Grady and Brass

Welcome to the 1st Guest Blog - Kraig Grady

I've known Kraig for a few years now, since he came to live in Australia. Kraig composes using just intonation, designs and builds instruments, redesigns existing instruments, retunes instruments, designs and builds shadow theatre characters and props, writes stories for them, and plays mallet instruments. Kraig has composed a couple of pieces that I've been involved in and we've done a couple of improvisation sessions. It's a great delight to bring you some of his thoughts on writing for horn. 

This is probably more a testimonial of the wonderful opportunity that has been opened by Dixon’s own development of the French horn as an extended microtonal instrument.

My use of brass instruments have been somewhat limited. It has been a rewarding one especially with this blog’s host. I’ve also had a rewarding interaction with trumpet player Kris Tiner. Compositionally, in both cases, I approached it more like Duke Ellington in writing for the player as much as the instrument. In both cases, it is the player’s excellent ears that have made music possible, allowing for the passing from notation to sounding the desired note. 

This last feature was used with both Tiner and Dixon playing against a tuner to play specific pitches. These were then cut and pasted into compositions that only exist as recordings. A strange form of ‘acoustic’ electronic music.  While not to the liking of many purists, such work serves the purpose of allowing the players to hear the tuning in a musical setting making it much easier to play live. Something I have even witnessed players using some of these intervals in their own improvised music.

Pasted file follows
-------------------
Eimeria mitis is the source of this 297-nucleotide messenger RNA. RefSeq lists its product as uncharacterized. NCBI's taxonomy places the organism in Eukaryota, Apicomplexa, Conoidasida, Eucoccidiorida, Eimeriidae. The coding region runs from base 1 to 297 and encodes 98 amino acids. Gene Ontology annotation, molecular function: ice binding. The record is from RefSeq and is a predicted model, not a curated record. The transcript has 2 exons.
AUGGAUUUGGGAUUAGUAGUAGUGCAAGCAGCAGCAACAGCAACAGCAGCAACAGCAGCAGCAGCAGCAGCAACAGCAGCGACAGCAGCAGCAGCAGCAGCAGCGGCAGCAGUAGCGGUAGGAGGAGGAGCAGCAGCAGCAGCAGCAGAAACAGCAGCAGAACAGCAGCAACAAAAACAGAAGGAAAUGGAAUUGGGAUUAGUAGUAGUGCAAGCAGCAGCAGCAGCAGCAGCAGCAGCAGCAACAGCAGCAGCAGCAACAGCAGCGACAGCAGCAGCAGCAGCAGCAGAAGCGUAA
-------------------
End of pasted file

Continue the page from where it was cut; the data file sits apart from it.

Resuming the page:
Relentless Tangents was instead a piece to be played live using the horn with flute, violin and cello. Having worked with Dixon in the past, I could think about composing the music as opposed to being concerned about how he was to get the pitches. This I left up to him and the other players.  

A Weathered Petroglyph ( and still to be released A Molten Wind involved a quite extreme challenge. The scale called Copan involves superhuman harmonics in the hundred of thousands. A technical page on the tuning can be found here [] for those interested in such things. Both these required the Horn player to match the tones of a 19-tone scale that clustered around 8 tones with small deviations as small as 13 cents (that is about a 7th or  8th of the smallest note of a piano). Thus it is scale that at this point would be hard to do live. While working with the recordings of especially Dixon’s tones, I explored extending the range of the horn downward that quite unintentionally resembled a didgeridoo. Again this might offend the purist of the instrument but it serves a purpose in extending the range as something for instrument designers and creators to think of. It seems the use of electronics has stopped the further development of acoustic instruments when it should encourage it, so that was the purpose. Perhaps it points to the possibilities of new instruments too. The process is more than sampling because one is working with a very specific person and the small gestures that a player makes becomes an integral part of the composition.

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